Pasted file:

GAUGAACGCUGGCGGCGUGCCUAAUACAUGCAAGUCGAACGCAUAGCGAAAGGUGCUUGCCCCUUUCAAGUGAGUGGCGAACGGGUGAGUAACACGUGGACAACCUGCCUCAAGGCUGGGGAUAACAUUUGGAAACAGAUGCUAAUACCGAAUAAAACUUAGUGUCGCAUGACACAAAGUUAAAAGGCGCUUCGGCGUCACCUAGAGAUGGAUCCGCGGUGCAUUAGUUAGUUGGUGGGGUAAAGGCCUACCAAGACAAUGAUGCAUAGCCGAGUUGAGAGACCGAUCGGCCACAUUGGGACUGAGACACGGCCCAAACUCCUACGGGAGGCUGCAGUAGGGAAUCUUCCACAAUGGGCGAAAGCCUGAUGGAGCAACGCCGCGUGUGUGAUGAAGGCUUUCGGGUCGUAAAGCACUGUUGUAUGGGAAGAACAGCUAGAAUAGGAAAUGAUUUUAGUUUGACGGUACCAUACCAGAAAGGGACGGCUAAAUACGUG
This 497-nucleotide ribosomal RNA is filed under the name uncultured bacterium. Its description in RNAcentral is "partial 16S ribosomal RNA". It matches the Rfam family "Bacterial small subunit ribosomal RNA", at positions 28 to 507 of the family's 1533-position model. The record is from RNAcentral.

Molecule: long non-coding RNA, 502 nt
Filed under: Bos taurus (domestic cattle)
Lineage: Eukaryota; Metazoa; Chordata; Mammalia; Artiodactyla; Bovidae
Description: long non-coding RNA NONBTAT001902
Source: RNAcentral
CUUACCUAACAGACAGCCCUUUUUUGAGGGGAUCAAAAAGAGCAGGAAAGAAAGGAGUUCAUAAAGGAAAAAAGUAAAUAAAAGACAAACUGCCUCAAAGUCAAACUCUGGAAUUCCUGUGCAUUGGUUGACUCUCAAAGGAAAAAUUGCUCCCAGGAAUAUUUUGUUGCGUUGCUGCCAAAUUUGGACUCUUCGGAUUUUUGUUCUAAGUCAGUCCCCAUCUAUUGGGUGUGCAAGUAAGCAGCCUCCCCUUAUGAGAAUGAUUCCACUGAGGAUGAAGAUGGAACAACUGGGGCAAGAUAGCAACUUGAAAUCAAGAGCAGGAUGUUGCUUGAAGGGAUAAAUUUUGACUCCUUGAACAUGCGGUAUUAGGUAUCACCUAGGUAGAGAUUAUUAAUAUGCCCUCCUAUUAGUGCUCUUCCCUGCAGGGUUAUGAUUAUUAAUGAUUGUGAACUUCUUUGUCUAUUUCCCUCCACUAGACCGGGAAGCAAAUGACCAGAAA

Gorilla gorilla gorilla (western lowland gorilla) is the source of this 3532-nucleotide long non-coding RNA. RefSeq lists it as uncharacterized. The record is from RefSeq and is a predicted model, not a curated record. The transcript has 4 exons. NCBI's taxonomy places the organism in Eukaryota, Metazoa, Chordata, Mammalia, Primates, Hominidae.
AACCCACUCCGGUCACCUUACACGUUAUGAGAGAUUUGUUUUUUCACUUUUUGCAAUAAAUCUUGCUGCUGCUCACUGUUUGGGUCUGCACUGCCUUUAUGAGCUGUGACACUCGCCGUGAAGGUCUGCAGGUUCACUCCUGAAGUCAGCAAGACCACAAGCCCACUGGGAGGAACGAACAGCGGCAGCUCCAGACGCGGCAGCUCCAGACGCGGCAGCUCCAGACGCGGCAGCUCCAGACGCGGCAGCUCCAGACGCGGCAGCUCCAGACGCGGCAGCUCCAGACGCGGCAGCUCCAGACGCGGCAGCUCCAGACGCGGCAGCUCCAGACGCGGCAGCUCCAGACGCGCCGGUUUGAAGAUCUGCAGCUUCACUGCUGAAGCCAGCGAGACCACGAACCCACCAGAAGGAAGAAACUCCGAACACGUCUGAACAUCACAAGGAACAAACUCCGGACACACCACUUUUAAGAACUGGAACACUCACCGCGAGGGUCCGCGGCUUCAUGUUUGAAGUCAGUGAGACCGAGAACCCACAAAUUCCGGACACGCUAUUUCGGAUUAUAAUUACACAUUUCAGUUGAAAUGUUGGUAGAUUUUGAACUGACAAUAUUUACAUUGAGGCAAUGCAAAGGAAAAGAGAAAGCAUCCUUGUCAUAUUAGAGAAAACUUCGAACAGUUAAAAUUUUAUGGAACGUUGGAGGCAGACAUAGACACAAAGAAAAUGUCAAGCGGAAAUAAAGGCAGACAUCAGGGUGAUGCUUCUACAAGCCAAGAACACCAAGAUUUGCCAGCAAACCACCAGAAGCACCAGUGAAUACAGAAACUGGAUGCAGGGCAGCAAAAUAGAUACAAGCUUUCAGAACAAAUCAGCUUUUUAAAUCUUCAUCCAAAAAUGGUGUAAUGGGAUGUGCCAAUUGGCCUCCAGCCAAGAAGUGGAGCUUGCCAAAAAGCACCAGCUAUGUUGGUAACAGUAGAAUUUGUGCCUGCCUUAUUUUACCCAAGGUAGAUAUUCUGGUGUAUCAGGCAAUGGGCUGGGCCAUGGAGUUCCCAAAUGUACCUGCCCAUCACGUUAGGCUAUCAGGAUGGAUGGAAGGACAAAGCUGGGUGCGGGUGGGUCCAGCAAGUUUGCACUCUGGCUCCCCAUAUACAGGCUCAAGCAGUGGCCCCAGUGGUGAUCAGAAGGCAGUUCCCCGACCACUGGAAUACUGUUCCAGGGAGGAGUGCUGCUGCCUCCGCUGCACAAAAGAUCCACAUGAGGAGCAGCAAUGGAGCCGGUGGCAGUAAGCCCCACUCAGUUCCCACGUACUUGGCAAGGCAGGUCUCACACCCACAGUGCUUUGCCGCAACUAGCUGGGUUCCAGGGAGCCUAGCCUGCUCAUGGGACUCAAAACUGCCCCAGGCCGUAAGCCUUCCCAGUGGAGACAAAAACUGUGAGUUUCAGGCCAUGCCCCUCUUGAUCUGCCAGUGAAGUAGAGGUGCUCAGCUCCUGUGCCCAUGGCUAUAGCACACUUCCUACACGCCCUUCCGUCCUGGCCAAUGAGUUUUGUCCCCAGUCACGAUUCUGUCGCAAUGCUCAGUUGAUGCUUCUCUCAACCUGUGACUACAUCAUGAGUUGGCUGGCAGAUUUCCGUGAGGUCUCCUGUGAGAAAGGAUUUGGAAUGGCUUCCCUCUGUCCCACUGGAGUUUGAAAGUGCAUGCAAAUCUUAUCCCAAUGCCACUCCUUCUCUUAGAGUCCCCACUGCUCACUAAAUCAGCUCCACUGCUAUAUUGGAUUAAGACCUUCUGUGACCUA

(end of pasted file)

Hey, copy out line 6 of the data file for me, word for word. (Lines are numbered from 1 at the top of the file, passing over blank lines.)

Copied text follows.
Description: long non-coding RNA NONBTAT001902